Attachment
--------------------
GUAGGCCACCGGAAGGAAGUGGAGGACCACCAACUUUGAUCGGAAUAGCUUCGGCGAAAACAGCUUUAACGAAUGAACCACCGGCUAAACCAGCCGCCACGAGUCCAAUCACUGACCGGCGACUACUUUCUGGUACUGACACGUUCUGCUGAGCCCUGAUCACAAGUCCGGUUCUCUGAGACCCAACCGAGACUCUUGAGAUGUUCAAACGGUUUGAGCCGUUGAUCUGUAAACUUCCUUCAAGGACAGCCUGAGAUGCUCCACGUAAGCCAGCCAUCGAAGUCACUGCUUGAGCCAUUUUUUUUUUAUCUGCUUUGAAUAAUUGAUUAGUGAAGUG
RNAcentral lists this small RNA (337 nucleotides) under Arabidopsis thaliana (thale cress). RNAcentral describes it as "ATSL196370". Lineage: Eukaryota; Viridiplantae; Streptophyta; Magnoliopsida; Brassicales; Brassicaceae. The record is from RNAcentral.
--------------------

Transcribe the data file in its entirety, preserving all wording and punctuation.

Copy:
GUAGGCCACCGGAAGGAAGUGGAGGACCACCAACUUUGAUCGGAAUAGCUUCGGCGAAAACAGCUUUAACGAAUGAACCACCGGCUAAACCAGCCGCCACGAGUCCAAUCACUGACCGGCGACUACUUUCUGGUACUGACACGUUCUGCUGAGCCCUGAUCACAAGUCCGGUUCUCUGAGACCCAACCGAGACUCUUGAGAUGUUCAAACGGUUUGAGCCGUUGAUCUGUAAACUUCCUUCAAGGACAGCCUGAGAUGCUCCACGUAAGCCAGCCAUCGAAGUCACUGCUUGAGCCAUUUUUUUUUUAUCUGCUUUGAAUAAUUGAUUAGUGAAGUG
RNAcentral lists this small RNA (337 nucleotides) under Arabidopsis thaliana (thale cress). RNAcentral describes it as "ATSL196370". Lineage: Eukaryota; Viridiplantae; Streptophyta; Magnoliopsida; Brassicales; Brassicaceae. The record is from RNAcentral.